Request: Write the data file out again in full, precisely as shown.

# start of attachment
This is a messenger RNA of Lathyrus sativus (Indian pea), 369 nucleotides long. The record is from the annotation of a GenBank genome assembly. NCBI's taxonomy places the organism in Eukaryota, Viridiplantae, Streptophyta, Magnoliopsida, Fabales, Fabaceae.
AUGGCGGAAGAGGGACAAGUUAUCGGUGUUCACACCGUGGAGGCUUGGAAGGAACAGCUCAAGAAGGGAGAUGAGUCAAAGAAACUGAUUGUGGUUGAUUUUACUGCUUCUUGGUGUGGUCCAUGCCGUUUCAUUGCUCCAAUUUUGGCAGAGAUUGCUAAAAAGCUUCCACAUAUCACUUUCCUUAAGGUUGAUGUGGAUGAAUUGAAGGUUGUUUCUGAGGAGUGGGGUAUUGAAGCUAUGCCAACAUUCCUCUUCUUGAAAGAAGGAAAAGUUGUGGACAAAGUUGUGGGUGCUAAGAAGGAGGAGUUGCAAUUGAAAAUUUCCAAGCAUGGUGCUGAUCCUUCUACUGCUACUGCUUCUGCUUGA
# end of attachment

This is a messenger RNA of Lathyrus sativus (Indian pea), 369 nucleotides long. The record is from the annotation of a GenBank genome assembly. NCBI's taxonomy places the organism in Eukaryota, Viridiplantae, Streptophyta, Magnoliopsida, Fabales, Fabaceae.
AUGGCGGAAGAGGGACAAGUUAUCGGUGUUCACACCGUGGAGGCUUGGAAGGAACAGCUCAAGAAGGGAGAUGAGUCAAAGAAACUGAUUGUGGUUGAUUUUACUGCUUCUUGGUGUGGUCCAUGCCGUUUCAUUGCUCCAAUUUUGGCAGAGAUUGCUAAAAAGCUUCCACAUAUCACUUUCCUUAAGGUUGAUGUGGAUGAAUUGAAGGUUGUUUCUGAGGAGUGGGGUAUUGAAGCUAUGCCAACAUUCCUCUUCUUGAAAGAAGGAAAAGUUGUGGACAAAGUUGUGGGUGCUAAGAAGGAGGAGUUGCAAUUGAAAAUUUCCAAGCAUGGUGCUGAUCCUUCUACUGCUACUGCUUCUGCUUGA